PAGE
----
For example, if a restaurant is testing a new menu item, the POS can help to capture sales data to track how customer patterns are shifting. What items are customers shifting away from to buy that new item? How does that new menu item impact sales? Does the average check change? “All of that data can be used for future menu changes or promotions to start to predict how the guests will react,” says Potts. Businesses also can put that data in the hands of their marketing team to help guide marketing strategy or give them quantitative data on how much traffic increased with a new coupon or sales promotion.

People have been talking about “big data” for the better part of a decade as metrics have continued to play a bigger role in strategic decision-making. However, there has been a seismic shift in the past five years with massive amounts of very rich data that is now more accessible than ever.

For example, companies are capturing more data from POS systems, customer cell phones and equipment sensors that can track everything from energy use to customer purchasing patterns.

At the same time, the analytics piece is becoming more powerful to help transform that data into something that is more meaningful and actionable. “Companies can easily get buried under a mountain of data if they don’t have the real machine-learning or artificial intelligence core or process to sift through that data,” says Hannibal Baldwin, co-founder and co-CEO of SiteZeus, a firm that offers location intelligence software as a service technology. “You just get overloaded with information and it is really hard to drill down on what you are going to need to make a decision.”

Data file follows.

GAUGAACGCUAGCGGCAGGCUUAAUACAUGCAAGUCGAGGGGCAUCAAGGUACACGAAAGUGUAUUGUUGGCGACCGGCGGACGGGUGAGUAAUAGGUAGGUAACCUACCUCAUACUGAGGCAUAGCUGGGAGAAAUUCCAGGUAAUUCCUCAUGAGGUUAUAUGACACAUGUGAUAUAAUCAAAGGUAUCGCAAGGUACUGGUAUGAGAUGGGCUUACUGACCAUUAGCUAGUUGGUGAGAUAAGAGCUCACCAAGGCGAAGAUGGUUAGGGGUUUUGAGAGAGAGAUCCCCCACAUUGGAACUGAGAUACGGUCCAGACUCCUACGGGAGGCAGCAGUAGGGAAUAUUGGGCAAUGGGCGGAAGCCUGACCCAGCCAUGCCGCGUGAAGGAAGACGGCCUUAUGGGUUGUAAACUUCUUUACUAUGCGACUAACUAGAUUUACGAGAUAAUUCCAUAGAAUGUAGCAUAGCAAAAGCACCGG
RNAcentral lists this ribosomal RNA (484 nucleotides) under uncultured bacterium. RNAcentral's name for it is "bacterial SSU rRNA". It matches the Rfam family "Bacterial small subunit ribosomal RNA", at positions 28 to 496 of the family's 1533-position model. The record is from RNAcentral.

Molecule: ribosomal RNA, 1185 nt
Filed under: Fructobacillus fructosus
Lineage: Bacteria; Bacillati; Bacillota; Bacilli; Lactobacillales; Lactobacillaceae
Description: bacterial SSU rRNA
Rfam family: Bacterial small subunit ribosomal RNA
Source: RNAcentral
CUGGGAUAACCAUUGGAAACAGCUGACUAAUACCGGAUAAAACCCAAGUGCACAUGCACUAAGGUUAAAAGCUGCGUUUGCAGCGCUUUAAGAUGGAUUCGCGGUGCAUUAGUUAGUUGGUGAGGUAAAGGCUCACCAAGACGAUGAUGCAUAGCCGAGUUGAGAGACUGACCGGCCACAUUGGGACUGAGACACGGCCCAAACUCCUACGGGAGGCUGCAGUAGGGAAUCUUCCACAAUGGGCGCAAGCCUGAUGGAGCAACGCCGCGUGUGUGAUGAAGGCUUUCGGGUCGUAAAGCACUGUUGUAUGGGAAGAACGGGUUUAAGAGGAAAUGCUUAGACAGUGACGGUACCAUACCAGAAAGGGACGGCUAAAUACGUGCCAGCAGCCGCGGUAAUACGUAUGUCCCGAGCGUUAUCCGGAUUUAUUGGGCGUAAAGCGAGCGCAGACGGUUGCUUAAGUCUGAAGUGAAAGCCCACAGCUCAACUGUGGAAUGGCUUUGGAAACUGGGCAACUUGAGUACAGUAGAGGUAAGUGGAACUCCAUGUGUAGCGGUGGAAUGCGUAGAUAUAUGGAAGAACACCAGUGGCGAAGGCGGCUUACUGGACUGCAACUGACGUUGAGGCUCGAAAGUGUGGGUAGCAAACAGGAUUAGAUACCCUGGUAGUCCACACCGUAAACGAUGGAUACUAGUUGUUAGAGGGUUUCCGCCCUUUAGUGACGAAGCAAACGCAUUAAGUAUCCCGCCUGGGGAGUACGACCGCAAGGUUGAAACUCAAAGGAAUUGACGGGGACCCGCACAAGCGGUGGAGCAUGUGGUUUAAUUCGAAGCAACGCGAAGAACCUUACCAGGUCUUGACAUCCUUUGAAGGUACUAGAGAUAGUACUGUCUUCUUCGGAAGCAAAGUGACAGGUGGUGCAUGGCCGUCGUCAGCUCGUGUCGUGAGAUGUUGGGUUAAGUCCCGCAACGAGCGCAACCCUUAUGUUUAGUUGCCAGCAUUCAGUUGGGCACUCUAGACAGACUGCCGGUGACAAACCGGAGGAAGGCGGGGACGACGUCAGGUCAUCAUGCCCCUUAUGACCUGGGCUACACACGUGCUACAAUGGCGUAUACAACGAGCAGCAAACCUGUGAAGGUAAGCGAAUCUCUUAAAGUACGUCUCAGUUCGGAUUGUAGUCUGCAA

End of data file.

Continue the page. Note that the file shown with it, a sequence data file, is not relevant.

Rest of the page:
For example, SiteZeus uses machine learning-driven intelligence that takes a wide variety of data sets, such as demographics, traffic, climate, sales and Google analytics, and applies a unique algorithm based on a client’s specific criteria to solve for locations that are the best match.

We feel that SiteZeus is putting the science behind that art of site selection that can really produce consistently better results,” says Baldwin.

Where to start?